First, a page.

Thailand’s foreign reserves of US$142.4 billion at end-2009 represented a 28.61 per cent increase from the previous year, or about $31.68 billion. The Bank of Thailand attributed the increase to foreign assets, 27.53 per cent to $137.6 trillion as of January. Gold value stood at $2.9 billion.
Foreign assets held or controlled by the central bank which are readily available for financing the balance of payments imbalances or to be used as a tool in carrying out exchange rate policy. International reserves consists of monetary gold, special drawing rights (SDRs), reserve positions in the Fund, and foreign exchange assets.
According to the International Monetary Fund, foreign exchange reserves are defined in the Balance of Payments manual (5thedition) as
“Those external assets that are readily available to and controlled by monetary authorities for direct financing of payments imbalances, for indirectly regulating the magnitudes of imbalances through intervention in exchange markets to affect the currency exchange rate, and/or for other purposes”
Purposes for Holding Official Foreign Reserves of Thailand
1. To fulfill the monetary and exchange rate policies
2. To store of nation’s wealth
3. To give credibility to foreign investors
4. To back the banknotes in use
In order to achieve all the aforementioned objectives, The Bank of Thailand manages the official reserves according to the following 3 guiding principles as follows
1. Security –preservation of reserves values
2. Liquidity- able to meet the objectives of exchange rate and monetary policies
3. Returns- to maximize the returns within the given guidelines
Sources of Official Foreign Reserves
1. Balance of payment Surplus: The Balance of Payments consists of the current account and the capital account. Under the managed floating exchange rate, surpluses will lead to increases in foreign exchange holdings when the central bank intervenes by buying the foreign currency.
2. Returns from management of official reserves: Returns from interest payments and the change in principal values of assets
Public investment will expand only slightly next year as the Thai Kem Kaeng Program will just about compensate for the reduction in the government’s on-budget investment in 2010.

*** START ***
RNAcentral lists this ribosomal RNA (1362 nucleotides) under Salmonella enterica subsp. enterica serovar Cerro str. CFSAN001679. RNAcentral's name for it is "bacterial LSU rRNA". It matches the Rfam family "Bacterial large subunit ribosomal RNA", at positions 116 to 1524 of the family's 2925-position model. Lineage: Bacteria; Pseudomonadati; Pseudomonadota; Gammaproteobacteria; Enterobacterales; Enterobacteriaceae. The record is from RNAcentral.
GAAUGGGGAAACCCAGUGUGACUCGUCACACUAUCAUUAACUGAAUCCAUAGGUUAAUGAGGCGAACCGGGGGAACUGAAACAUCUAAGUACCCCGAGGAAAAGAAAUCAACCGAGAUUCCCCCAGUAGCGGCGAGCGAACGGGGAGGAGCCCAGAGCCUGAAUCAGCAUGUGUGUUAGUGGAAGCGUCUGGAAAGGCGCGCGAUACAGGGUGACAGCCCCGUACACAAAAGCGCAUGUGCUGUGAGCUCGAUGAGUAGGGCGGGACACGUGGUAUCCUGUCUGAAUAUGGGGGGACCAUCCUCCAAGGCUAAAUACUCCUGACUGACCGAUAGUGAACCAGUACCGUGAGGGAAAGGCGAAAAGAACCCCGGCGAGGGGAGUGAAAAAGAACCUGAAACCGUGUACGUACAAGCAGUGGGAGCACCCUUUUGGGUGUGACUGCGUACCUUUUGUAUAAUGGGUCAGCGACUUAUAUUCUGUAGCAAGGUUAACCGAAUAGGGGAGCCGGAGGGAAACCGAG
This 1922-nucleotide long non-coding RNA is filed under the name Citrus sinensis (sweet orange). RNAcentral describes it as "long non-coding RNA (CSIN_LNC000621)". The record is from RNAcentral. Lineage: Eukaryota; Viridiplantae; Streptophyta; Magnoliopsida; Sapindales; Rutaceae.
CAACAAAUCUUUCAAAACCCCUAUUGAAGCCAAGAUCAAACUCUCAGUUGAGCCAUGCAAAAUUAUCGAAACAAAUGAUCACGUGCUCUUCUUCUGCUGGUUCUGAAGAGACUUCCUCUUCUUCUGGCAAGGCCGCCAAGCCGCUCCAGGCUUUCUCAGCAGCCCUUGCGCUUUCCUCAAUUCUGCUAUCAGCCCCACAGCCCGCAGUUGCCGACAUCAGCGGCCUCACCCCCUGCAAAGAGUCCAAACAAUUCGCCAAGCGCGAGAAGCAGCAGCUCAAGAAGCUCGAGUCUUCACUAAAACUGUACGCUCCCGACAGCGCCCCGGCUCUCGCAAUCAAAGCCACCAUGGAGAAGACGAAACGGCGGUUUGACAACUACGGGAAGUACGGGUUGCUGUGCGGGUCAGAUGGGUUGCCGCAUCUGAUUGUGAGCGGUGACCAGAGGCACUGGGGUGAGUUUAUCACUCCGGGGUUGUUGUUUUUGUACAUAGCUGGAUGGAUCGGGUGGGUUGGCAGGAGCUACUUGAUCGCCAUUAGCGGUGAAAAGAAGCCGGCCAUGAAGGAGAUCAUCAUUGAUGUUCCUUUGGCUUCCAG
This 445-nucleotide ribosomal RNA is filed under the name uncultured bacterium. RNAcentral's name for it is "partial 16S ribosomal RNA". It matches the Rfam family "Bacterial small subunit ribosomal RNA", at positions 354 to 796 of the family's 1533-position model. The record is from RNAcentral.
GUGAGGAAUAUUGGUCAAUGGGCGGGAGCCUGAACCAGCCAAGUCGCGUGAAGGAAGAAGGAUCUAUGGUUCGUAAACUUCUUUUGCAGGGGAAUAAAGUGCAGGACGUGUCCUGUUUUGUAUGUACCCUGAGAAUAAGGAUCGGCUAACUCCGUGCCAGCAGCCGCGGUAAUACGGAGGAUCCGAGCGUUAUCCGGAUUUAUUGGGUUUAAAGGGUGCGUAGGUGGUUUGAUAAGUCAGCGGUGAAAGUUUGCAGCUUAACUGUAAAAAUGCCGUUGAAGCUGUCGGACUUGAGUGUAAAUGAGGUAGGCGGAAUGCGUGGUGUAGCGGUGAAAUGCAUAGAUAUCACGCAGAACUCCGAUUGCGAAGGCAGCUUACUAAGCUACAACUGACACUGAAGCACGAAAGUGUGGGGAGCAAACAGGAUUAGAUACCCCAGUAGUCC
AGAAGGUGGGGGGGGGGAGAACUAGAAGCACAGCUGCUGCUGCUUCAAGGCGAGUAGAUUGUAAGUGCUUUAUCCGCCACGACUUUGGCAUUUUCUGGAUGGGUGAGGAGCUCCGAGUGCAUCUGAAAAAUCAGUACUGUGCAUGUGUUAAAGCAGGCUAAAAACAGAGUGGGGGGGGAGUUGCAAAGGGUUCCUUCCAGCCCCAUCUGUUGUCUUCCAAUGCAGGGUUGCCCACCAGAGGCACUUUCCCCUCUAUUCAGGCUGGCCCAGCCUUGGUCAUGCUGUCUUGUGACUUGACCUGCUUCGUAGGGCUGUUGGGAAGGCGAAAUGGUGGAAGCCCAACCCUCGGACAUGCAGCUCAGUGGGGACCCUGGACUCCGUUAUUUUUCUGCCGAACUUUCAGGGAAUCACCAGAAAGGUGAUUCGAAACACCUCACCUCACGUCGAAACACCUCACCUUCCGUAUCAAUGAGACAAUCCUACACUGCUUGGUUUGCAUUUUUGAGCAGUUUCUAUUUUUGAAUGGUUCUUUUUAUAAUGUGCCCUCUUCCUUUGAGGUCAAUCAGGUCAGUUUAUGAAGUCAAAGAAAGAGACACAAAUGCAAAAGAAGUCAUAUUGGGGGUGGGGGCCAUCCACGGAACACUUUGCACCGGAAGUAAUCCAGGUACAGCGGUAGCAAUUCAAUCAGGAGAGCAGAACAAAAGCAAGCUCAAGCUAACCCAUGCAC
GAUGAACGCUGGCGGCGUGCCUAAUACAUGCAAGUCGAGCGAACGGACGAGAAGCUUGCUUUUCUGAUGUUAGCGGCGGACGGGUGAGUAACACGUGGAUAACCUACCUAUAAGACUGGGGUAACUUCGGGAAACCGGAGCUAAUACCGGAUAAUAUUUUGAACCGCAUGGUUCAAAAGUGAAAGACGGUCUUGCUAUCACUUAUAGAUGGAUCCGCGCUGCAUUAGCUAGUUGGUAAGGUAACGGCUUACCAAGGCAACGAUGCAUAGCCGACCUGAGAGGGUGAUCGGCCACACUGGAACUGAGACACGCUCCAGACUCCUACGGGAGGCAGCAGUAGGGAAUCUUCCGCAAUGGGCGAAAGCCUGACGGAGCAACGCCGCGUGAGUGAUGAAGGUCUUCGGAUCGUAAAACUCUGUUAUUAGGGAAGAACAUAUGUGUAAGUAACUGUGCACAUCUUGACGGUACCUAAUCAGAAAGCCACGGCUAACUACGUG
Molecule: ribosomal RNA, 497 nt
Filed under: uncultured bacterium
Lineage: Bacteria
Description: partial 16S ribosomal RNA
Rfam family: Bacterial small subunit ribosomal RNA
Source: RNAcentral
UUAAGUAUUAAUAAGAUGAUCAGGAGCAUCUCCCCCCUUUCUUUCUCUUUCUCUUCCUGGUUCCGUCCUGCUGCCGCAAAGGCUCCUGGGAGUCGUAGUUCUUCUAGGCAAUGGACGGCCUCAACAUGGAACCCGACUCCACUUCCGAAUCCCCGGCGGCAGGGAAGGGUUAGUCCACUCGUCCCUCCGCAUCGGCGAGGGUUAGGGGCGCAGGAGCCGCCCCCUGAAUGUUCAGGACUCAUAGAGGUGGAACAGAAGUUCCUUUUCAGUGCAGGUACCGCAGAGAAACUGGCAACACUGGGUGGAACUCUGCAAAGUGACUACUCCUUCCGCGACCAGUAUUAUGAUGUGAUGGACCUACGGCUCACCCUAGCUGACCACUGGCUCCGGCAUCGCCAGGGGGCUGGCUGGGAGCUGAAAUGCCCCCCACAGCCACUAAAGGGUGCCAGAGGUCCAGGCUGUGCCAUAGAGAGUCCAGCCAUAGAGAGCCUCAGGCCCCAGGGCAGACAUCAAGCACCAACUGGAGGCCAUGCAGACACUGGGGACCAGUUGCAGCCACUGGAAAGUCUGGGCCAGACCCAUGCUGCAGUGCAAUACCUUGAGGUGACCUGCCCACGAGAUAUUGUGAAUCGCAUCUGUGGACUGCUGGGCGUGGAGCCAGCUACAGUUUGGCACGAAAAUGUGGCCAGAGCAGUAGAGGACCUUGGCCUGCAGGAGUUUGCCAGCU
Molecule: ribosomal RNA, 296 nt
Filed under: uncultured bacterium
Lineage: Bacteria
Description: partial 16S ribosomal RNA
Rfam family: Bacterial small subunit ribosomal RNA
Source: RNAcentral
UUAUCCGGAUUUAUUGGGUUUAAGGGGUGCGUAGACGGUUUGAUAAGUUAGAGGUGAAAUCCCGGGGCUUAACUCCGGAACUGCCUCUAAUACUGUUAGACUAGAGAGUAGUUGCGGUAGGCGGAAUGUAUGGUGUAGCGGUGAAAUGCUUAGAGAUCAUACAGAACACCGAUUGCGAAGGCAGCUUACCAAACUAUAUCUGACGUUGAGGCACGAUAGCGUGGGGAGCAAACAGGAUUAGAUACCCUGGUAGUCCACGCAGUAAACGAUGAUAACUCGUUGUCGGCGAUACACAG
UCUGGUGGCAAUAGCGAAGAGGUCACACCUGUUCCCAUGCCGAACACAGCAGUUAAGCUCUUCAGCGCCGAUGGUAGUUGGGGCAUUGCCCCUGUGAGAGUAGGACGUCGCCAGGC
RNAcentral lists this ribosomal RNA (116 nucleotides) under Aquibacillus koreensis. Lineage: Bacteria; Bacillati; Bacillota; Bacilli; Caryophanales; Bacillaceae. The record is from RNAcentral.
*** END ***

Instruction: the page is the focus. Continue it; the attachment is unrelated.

Key risks to the outlook are (i) political uncertainty and (ii) the timing of the withdrawal of fiscal and monetary stimulus. Increased political tensions may have a long-lasting impact on investment, and withdrawal of stimulus (in Thailand and the advanced economies) must be precisely timed to avoid macroeconomic imbalances (including new asset bubbles) while also ensuring that the recovery is on a sufficiently solid footing.
Automotive manufacturing in Thailand started 50 years ago after a Japanese company set up operations as an import substitution activity to take advantage of preferential tax and import duty treatment. Laws mandating local content were subsequently introduced, with the limits raised from an initial 30 percent to 40 percent and then 60 percent, to be abolished after the 1997-98 financial crisis. All pickup truck production prior to the 1997/1998 financial crisis was intended for domestic consumption, but companies began exporting after Japanese pickup producers shifted production from Japan to Thailand at the turn of the century. Tax and excise incentives by the Thai authorities encouraged domestic sales of pickups at the expense of cars, and pickups still amount to almost three-fourths of current output.